Lower Legal Drinking Age

Only available on StudyMode
  • Download(s) : 166
  • Published : February 26, 2013
Open Document
Text Preview
Should the drinking age be lowered?

Law 201
The United States has a long history with alcohol consumption. For better and sometimes worse, alcohol has been a popular aid in many social gatherings and events involving Americans. Currently however, only those above the age of 21 years are allowed to enjoy the privilege of drinking alcoholic beverages. This occurred in 1984 with the passing of the National Minimum Drinking Age Act within the Federal Highway Act bill (US Congress, 1984). The bill said that a 10 percent decrease of highway funding would take place in states that failed to raise the drinking age to 21 (US Congress, 1984). All states complied with the bill very shortly after it’s passing because the crucial need for highway funding. Nevertheless, this passage has been controversial since its inception in 1984. Data compiled in favor of increasing the drinking age is just a controversial and strongly contested. Therefore, the drinking age should be lowered back to 18 years old, because too much liability is placed on bars, liquor stores, and social hosts, little evidence points to adverse health affects due to moderate minor alcohol consumption, and finally all rights and privileges of adulthood are given at age 18 in the United States except for alcohol consumption.

First, the liability placed on bars, liquor stores, and social hosts has become a great burden in the alcohol industry. Vendors selling alcohol are required to properly identify the age of the buyer. However, this can be very complicated in the technological age that exists today. Fake identification has become a huge black market business as well as using the identification of those with a similar appearance. Minors are using fake identification to buy booze more than ever. Vendors should not be held accountable if these various forms of fake identification truly dupe them. A law review done on fake identification, also argues that placing all the liability on alcohol vendors is a lot to ask (Murray). Computers and the Internet have grown to an exponential use of fake IDs (Murray). Bar owners and liquor stores are turning away huge portions of their business just to comply with the law (Murray). It is not fair for the government to hold these vendors accountable and hurt their business. By lowering the drinking age back to 18, the biggest group of underage drinkers would be targeted. 18 to 20 year olds are the largest population of underage drinkers because they are college-aged students. They are the most likely to attempt to use fake identification. By lowering the drinking age to make these ages legal, the use of fake identification will decrease dramatically. Furthermore, it is not fair to hold vendors liable for the actions of intoxicated minors if fake identification is used to purchase the alcohol. Two cases examine this issue. First, in the case of Berg Vs. Zummo, the plantiff sued the minor defendant for damages caused during his intoxication (Berg Vs. Zummo). The case went all the way to the Supreme Court of Louisiana. The decision reached held that the bar was first and foremost responsible for serving the minor alcohol (Berg Vs. Zummo). It also declared some liability on the minor for his reckless actions. However, by lowering the drinking age to 18 years of age, the liability would be solely held by the intoxicated person in this case and not the establishment furnishing the alcohol. Thus lowering the drinking age further protects vendors in this regard. In another case, employees at a military base were held liable for serving alcohol to underage servicemen (US v. Dotson). The case of the United States of America v. Dotson Et. Al. upheld that vendors of alcohol are liable for serving to minors (US v. Dotson). Again, if the drinking age were lowered to 18, the liability in this case would have been avoided. All servicemen are age 18...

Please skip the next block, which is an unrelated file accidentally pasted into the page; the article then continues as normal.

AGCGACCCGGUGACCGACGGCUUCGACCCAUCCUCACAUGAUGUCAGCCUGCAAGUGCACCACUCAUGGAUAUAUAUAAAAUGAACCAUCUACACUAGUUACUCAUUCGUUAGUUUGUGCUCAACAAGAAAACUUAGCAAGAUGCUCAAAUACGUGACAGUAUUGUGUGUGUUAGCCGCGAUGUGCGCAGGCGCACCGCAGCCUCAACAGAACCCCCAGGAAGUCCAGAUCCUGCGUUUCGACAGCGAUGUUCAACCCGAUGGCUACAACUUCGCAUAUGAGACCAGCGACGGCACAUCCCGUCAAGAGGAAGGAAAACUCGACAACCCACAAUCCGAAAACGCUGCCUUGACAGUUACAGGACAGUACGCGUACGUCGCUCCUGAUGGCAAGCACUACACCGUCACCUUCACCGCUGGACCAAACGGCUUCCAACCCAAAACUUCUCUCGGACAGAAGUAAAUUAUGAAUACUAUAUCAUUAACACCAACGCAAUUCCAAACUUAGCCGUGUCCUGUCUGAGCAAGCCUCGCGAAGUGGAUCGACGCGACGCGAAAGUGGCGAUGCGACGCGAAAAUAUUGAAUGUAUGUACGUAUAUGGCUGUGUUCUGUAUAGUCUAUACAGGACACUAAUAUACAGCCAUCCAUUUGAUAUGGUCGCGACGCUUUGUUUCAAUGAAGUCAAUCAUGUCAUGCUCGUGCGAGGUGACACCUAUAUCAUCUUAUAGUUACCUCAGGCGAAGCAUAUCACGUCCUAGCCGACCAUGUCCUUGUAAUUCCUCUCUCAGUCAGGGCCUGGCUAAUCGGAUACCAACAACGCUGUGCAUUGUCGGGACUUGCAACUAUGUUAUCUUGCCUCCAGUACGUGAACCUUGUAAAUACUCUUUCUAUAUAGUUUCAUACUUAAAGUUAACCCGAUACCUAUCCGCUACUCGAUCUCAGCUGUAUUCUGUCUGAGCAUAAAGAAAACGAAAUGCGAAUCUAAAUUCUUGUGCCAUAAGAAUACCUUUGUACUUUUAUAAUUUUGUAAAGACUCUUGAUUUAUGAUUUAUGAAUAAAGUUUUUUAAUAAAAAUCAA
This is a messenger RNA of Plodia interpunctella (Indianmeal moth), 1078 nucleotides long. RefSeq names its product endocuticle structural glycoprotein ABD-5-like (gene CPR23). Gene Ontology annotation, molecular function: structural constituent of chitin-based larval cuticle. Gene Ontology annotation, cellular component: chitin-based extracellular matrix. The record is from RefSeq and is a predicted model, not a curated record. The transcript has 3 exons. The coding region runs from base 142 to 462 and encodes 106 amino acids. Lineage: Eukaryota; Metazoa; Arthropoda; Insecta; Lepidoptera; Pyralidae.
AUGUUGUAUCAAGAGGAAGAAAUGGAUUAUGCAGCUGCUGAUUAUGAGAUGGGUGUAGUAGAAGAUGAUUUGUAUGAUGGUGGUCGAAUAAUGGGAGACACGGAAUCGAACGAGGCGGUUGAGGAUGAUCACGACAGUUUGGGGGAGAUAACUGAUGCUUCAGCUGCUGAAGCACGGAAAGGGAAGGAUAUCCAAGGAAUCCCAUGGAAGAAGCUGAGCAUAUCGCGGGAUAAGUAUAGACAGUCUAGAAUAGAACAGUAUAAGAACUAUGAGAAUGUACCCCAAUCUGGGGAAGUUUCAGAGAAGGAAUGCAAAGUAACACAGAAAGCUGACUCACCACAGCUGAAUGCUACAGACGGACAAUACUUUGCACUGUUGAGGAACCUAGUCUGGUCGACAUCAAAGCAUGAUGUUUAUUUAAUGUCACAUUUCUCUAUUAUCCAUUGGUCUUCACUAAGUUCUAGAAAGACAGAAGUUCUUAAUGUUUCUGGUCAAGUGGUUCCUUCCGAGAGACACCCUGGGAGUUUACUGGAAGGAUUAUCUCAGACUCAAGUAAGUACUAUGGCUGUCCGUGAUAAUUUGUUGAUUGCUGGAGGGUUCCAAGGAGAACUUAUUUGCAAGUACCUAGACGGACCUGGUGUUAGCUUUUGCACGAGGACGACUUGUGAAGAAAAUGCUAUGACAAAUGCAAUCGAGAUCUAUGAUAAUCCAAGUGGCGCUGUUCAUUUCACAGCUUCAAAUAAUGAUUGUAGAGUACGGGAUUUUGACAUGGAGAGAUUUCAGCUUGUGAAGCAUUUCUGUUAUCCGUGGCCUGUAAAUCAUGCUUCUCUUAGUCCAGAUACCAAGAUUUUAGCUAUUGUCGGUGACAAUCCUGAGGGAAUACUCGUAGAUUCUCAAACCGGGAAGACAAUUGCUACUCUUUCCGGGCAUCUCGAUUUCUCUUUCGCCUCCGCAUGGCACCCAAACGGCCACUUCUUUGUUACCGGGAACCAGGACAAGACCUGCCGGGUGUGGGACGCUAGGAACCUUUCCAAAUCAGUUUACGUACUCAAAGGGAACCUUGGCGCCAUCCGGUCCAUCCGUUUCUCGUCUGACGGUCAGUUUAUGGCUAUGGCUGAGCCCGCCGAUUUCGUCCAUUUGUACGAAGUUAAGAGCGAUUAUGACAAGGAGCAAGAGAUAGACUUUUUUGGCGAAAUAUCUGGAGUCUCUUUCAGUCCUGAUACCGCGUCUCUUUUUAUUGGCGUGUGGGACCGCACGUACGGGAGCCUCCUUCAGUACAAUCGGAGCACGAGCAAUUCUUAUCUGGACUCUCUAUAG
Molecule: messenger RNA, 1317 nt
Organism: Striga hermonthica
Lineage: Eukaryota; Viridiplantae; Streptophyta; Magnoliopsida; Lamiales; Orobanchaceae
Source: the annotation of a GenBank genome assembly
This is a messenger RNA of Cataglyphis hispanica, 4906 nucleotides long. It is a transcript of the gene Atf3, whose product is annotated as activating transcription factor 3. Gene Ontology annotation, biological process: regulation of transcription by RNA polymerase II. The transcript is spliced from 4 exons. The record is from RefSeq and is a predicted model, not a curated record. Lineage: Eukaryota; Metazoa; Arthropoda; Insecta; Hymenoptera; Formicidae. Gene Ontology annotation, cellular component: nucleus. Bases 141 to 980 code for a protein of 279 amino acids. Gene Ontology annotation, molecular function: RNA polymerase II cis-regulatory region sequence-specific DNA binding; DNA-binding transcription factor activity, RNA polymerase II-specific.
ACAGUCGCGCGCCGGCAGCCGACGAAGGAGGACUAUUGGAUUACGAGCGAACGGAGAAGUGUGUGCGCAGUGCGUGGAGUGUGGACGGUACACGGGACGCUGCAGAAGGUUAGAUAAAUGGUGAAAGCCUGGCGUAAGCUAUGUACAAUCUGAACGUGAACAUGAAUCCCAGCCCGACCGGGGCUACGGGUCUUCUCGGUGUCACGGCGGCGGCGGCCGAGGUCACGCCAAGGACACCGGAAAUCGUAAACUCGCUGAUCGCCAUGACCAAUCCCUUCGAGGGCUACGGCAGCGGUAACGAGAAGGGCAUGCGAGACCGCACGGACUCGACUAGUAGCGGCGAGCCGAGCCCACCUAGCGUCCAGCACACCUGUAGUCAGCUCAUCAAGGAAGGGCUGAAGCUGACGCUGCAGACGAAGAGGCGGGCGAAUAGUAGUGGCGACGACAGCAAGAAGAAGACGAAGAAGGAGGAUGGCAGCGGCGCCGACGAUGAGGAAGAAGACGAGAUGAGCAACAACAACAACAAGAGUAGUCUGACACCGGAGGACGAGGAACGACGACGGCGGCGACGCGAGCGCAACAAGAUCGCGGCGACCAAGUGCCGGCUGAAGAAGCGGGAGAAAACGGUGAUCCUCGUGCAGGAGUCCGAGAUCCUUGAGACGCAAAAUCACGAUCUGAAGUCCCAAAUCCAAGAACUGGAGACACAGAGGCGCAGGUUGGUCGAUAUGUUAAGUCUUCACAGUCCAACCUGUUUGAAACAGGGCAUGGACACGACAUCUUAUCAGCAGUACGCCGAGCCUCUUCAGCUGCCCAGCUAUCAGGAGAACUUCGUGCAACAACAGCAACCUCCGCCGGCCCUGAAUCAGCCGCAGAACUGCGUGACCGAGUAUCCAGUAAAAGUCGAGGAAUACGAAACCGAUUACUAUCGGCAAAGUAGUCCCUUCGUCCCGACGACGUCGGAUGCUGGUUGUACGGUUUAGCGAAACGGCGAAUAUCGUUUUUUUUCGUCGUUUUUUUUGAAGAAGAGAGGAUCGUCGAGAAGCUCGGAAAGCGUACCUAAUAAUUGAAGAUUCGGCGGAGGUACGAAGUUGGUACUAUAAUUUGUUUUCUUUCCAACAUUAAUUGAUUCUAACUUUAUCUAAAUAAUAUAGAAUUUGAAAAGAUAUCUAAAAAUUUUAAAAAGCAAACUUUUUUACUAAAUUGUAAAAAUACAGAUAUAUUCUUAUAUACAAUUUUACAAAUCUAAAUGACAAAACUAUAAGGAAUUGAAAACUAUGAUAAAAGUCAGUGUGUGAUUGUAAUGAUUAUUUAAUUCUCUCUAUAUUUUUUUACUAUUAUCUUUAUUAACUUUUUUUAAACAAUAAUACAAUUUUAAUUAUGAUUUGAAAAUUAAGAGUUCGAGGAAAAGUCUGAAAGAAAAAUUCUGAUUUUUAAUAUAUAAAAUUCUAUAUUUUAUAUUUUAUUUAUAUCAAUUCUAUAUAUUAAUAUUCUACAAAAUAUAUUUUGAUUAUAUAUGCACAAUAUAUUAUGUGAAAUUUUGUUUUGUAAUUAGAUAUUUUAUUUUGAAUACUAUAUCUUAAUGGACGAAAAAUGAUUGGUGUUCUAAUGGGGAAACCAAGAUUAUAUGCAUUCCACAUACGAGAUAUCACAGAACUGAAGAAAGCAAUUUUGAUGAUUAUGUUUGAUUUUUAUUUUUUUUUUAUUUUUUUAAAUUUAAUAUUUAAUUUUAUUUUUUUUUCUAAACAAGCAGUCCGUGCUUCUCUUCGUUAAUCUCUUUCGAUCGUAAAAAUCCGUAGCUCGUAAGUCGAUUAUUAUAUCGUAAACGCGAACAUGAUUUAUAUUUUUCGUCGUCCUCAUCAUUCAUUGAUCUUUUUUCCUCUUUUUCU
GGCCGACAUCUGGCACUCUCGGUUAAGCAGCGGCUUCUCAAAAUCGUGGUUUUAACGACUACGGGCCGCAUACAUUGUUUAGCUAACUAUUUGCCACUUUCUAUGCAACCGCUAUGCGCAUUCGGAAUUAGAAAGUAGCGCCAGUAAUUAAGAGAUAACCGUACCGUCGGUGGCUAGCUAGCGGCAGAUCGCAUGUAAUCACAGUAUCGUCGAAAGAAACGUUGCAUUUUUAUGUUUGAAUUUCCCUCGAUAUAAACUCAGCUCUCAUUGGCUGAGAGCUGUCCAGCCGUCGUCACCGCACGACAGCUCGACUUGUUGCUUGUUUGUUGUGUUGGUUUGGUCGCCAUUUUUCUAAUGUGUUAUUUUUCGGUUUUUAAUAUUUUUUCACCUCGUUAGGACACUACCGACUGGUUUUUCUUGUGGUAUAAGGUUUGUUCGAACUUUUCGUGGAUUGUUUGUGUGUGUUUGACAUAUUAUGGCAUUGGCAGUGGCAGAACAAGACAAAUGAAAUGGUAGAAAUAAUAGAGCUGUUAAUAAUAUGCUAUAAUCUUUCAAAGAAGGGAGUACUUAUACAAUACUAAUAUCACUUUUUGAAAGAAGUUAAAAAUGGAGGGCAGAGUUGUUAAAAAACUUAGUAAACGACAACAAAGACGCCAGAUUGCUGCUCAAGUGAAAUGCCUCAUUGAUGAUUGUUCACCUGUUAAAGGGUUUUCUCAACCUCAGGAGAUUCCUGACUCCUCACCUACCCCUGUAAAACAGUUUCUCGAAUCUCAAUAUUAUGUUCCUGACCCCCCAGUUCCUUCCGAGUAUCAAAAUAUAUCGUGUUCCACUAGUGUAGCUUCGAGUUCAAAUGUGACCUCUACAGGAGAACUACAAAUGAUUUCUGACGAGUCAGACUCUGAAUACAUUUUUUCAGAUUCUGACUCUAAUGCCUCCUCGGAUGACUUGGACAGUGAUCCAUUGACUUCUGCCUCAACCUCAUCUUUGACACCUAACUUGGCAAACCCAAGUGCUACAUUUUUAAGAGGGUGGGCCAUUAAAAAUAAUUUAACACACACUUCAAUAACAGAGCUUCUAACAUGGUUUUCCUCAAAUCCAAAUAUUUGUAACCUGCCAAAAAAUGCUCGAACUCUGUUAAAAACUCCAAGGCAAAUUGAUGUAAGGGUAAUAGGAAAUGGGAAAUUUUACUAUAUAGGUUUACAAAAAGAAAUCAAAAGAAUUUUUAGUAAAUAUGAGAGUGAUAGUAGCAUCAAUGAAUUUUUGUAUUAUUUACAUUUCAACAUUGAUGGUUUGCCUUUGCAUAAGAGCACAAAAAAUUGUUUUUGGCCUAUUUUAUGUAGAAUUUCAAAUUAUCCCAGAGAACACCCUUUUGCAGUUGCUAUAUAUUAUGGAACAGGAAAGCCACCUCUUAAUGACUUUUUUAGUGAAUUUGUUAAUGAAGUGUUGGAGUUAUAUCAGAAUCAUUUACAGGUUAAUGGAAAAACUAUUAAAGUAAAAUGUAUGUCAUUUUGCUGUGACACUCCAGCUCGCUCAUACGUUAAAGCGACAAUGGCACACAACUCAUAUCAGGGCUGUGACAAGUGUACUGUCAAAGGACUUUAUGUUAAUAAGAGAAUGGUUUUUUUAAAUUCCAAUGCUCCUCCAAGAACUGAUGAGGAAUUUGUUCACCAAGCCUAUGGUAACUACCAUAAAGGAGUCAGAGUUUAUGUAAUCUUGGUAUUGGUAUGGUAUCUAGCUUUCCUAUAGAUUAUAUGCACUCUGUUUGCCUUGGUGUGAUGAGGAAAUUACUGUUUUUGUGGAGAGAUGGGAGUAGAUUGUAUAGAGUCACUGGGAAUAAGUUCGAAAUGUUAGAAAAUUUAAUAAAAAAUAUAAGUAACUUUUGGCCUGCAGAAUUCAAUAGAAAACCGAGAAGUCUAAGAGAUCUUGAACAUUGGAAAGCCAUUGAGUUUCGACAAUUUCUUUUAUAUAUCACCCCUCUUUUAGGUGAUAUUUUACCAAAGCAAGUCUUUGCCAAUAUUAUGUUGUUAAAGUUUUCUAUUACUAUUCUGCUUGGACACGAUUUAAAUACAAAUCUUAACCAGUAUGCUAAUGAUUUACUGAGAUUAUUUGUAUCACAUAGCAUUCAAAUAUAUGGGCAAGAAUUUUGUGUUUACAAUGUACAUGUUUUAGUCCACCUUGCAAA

tracking img